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What is PTSD


What is PTSD

When bad things happen to good people.

What would it take to totally stop you in your tracks? A serious illness or accident? Sexual assault or abuse? The death of a parent or a friend? A natural disaster or a war that strikes close to home?

Psychological distress is a normal reaction to an abnormal event. Any severe injury or emotional upset that puts you over the edge qualifies. The official name for it is Posttraumatic Stress Disorder—or PTSD, and it’s important to know that anyone who experiences a severe injury or emotional upset is at risk. According to the National Institute of Mental Health, PTSD affects nearly eight million people in the United States alone. And PTSD affects each person differently.

Who can get PTSD?

  • Anyone who has survived a life-threatening situation
  • Anyone who has witnessed or been exposed to a life-threatening situation
  • Anyone who has survived a dangerous event, such as an accident or a natural disaster
  • Anyone who has experienced the death of a friend or relative
  • Anyone who has been abused in any way

What are some symptoms of PTSD?

  • Flashbacks
  • Nightmares
  • Difficulty sleeping
  • Fear and anxiety
  • Loss of appetite
  • Feeling numb, detached and powerless
  • Avoiding people and places that make you “remember”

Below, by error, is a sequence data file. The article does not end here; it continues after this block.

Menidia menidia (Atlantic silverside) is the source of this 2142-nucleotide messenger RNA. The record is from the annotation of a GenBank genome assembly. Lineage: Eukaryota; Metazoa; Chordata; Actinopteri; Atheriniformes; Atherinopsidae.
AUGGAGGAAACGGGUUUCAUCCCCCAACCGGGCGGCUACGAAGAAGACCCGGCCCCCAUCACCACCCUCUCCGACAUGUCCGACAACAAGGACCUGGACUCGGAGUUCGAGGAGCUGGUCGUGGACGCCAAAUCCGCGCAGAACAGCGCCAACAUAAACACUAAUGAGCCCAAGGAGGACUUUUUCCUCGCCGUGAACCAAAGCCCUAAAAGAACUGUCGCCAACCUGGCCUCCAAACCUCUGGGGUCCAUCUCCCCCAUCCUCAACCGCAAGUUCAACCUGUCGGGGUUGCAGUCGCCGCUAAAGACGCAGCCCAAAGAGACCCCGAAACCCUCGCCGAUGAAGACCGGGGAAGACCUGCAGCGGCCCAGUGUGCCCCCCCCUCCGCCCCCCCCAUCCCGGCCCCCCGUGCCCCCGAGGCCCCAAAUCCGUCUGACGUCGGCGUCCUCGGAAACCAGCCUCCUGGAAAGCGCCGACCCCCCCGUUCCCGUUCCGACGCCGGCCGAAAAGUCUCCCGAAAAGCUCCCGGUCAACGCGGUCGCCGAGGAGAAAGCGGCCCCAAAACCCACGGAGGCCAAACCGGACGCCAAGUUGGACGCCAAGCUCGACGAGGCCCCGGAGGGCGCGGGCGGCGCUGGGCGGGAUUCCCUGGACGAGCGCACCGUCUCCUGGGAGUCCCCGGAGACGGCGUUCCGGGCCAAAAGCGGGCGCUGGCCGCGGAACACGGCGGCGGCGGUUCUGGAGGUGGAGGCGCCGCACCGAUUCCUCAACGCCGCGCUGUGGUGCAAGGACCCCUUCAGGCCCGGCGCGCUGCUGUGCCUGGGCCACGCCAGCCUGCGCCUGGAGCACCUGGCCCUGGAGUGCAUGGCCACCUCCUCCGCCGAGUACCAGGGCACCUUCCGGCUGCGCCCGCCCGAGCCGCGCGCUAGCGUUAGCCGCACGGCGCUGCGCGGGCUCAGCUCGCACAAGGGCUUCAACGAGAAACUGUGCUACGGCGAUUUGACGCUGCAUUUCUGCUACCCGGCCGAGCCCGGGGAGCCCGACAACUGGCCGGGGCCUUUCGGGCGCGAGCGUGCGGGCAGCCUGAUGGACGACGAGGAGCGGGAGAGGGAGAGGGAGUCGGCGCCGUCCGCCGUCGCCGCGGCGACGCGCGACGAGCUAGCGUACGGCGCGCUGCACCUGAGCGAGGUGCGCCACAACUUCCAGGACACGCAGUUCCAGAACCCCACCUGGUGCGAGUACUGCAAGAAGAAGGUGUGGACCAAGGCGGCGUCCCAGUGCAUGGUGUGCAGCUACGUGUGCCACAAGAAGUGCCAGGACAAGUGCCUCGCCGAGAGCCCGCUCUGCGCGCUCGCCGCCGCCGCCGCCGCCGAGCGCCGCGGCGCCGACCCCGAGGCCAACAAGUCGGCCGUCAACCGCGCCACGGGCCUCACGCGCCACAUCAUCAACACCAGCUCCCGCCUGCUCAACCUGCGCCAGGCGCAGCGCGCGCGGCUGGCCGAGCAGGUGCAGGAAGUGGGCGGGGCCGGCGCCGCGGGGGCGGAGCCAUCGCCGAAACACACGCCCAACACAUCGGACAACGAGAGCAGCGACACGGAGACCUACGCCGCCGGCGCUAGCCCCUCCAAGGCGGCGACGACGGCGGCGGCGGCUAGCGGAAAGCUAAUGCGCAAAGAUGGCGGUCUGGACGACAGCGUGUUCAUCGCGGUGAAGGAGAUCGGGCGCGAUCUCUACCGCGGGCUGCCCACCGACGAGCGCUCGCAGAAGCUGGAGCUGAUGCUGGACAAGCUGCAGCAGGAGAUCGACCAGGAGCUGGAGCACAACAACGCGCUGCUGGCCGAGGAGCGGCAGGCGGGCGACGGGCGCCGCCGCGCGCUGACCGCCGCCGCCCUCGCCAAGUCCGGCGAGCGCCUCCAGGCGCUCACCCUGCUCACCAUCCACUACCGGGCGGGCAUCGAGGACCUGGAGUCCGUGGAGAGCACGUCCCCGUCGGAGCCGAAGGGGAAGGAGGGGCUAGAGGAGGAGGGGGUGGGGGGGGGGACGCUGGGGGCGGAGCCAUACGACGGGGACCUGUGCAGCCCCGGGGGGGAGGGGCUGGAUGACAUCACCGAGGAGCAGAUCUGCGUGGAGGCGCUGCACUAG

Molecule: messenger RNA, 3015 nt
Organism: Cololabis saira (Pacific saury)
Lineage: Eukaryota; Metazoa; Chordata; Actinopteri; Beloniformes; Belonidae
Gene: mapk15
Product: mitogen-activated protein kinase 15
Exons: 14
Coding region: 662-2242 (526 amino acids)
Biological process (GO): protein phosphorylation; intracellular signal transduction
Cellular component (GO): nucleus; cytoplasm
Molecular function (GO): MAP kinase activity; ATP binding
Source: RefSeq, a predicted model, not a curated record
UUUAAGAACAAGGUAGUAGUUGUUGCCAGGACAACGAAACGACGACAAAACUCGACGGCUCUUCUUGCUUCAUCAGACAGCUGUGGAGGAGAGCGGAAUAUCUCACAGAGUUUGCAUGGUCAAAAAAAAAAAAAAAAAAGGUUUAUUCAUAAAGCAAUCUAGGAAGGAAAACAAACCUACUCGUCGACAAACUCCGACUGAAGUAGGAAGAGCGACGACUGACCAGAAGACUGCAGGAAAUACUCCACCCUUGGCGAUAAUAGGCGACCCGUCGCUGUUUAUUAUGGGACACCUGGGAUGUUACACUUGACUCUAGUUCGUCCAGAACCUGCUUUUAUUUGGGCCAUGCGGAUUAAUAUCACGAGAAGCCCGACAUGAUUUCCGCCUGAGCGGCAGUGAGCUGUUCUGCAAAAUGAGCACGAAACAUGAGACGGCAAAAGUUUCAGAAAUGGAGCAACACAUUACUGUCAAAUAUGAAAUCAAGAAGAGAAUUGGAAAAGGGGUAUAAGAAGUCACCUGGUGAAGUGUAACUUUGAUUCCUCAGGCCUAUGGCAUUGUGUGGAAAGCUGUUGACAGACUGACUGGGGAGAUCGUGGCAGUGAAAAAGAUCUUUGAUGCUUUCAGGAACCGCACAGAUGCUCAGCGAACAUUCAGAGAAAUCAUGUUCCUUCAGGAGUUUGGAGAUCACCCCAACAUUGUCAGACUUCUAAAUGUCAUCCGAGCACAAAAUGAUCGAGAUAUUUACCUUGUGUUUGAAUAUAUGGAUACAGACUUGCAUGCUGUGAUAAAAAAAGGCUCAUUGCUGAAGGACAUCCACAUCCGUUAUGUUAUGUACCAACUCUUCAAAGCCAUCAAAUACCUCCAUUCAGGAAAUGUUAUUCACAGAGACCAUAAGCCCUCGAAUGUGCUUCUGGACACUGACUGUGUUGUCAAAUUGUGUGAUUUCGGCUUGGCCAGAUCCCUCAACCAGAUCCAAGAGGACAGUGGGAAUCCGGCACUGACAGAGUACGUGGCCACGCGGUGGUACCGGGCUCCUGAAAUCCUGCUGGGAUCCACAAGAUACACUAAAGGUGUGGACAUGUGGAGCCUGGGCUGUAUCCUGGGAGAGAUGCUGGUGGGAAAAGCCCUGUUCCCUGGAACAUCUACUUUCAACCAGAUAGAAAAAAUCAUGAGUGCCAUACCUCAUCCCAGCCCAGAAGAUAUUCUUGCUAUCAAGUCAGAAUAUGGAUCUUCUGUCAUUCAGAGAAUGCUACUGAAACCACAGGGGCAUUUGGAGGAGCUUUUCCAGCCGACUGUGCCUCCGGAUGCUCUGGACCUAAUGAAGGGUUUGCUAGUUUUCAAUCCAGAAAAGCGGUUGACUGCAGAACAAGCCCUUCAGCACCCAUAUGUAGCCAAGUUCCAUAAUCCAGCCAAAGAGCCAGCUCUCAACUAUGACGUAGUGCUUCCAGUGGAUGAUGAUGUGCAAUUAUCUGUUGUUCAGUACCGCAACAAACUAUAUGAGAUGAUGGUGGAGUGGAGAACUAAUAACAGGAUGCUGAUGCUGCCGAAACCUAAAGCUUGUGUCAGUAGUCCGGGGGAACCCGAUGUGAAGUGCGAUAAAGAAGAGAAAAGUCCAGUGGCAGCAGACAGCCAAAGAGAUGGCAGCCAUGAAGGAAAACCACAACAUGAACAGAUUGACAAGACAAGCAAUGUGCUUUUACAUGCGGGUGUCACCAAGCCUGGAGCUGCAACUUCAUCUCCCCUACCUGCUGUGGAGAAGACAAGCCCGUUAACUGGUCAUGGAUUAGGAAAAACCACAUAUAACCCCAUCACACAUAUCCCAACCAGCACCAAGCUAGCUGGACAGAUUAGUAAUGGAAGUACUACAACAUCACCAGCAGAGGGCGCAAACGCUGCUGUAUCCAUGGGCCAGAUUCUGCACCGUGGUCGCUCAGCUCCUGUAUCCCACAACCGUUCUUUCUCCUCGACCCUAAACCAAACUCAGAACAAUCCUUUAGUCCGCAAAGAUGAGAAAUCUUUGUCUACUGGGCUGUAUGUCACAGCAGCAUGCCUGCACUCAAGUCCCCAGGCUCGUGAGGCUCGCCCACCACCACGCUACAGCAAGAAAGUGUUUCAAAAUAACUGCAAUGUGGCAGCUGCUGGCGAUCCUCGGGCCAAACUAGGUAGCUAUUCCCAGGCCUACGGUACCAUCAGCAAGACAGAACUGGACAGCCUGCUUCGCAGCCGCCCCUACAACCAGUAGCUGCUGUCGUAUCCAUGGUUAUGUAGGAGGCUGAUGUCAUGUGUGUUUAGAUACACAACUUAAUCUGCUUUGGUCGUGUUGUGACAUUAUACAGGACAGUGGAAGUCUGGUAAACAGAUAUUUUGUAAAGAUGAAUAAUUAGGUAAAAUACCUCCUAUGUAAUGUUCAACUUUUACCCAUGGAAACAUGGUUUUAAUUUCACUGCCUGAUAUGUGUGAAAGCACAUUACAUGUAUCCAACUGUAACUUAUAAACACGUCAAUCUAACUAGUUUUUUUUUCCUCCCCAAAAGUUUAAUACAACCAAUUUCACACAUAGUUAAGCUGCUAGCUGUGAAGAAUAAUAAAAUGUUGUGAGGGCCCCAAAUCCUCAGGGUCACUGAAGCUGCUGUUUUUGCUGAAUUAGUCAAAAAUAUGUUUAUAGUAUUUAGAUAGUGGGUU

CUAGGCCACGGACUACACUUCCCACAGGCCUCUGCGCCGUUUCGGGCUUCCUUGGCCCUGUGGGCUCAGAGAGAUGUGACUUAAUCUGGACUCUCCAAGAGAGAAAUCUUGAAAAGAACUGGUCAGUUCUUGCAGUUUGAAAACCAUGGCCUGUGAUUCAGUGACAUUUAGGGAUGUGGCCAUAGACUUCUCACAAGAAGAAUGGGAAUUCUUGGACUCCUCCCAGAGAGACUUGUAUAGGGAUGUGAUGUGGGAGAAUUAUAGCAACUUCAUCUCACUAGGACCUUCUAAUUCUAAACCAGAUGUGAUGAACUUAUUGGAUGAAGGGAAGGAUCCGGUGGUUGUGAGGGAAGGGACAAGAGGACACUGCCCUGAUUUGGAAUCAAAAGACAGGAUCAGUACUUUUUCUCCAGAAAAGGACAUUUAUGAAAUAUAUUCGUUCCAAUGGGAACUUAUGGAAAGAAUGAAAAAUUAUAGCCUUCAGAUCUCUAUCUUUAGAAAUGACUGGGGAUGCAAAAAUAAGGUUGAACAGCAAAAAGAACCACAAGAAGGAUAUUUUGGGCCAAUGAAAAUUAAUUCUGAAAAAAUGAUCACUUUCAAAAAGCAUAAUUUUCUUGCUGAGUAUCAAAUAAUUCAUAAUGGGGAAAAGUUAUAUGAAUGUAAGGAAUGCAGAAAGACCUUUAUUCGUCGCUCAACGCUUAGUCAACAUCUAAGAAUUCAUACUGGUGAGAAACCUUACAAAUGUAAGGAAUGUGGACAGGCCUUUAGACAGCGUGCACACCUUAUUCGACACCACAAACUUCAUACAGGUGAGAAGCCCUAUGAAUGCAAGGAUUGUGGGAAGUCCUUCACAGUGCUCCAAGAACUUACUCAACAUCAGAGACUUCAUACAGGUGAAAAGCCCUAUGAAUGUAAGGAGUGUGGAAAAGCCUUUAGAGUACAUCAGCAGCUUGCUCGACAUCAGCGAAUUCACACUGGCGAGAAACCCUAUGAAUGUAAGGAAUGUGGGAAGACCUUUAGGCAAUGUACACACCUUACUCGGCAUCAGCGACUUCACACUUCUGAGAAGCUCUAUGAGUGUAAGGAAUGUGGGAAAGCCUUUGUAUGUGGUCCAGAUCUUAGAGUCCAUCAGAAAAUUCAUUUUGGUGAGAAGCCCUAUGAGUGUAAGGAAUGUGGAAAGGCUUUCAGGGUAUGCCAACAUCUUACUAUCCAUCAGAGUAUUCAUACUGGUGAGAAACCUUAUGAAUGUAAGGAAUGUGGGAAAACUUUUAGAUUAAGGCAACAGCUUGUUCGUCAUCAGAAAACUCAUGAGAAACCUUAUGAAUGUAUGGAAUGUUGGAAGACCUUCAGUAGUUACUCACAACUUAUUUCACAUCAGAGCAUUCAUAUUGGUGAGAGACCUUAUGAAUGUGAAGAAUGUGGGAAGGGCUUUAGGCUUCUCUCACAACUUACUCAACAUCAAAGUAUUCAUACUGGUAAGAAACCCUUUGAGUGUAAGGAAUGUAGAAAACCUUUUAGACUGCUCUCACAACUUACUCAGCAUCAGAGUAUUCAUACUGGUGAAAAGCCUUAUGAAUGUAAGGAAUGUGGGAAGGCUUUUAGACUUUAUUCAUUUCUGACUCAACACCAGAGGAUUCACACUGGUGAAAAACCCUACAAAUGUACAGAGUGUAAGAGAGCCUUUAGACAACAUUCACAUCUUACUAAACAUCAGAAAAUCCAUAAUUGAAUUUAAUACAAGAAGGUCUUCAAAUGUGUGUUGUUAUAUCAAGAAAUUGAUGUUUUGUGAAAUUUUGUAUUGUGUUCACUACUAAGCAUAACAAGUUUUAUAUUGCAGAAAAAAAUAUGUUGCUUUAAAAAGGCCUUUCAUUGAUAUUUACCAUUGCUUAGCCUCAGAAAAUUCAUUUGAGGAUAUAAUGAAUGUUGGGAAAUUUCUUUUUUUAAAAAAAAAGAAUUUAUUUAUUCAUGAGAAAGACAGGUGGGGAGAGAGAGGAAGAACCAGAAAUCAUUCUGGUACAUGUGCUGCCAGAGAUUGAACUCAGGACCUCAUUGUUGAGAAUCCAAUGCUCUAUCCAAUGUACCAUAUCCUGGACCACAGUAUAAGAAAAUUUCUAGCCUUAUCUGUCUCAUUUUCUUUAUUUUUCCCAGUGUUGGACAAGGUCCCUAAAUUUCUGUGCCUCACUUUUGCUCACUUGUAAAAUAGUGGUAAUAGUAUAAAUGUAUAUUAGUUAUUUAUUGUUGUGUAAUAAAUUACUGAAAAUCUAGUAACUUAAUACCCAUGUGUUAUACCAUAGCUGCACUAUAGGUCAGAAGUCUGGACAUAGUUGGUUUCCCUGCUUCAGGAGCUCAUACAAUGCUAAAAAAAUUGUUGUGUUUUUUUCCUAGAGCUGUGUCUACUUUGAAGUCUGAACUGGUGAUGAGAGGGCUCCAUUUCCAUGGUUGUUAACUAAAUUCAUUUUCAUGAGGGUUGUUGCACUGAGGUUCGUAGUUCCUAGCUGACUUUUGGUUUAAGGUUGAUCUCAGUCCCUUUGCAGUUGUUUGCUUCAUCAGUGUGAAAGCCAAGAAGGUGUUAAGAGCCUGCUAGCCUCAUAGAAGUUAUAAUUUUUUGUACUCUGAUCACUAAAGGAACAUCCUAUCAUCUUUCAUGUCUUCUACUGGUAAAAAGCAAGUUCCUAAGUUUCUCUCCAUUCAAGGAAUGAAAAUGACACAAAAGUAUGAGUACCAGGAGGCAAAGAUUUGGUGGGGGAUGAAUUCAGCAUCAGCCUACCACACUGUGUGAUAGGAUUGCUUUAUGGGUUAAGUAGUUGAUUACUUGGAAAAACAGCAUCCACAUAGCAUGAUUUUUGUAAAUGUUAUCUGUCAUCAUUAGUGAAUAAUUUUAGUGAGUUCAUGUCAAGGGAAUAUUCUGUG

• Persistent depression
  • Persistent anger or edginess
  • Violent mood swings
  • Loss of motivation
  • Decreased interest in things you enjoy
  • Hypervigilance
  • Increased irritability
  • Extreme jumpiness

What you need to know

Some people react immediately to a crisis in their lives. Others tough it out and get through the worst times, only to have difficulty coping months after the crisis has passed. Whether you are affected directly or indirectly by a trauma, when it comes to managing a personal crisis, it’s only human that each person will react in his or her own way and in his or her own time.

You’re not going crazy

If you have strong painful feelings that won’t go away…if you just can’t get out of bed in the morning…if you’re missing classes and cutting yourself off from friends…if it’s been more than a month since you felt “normal,” you may be suffering from Posttraumatic Stress Disorder. Where to go for help

While nothing can make your bad memories disappear, PTSD is treatable. To find the treatment that’s right for you, speak to your RA, talk to someone in the Dean of Students Office or contact the Health & Counseling Center on campus.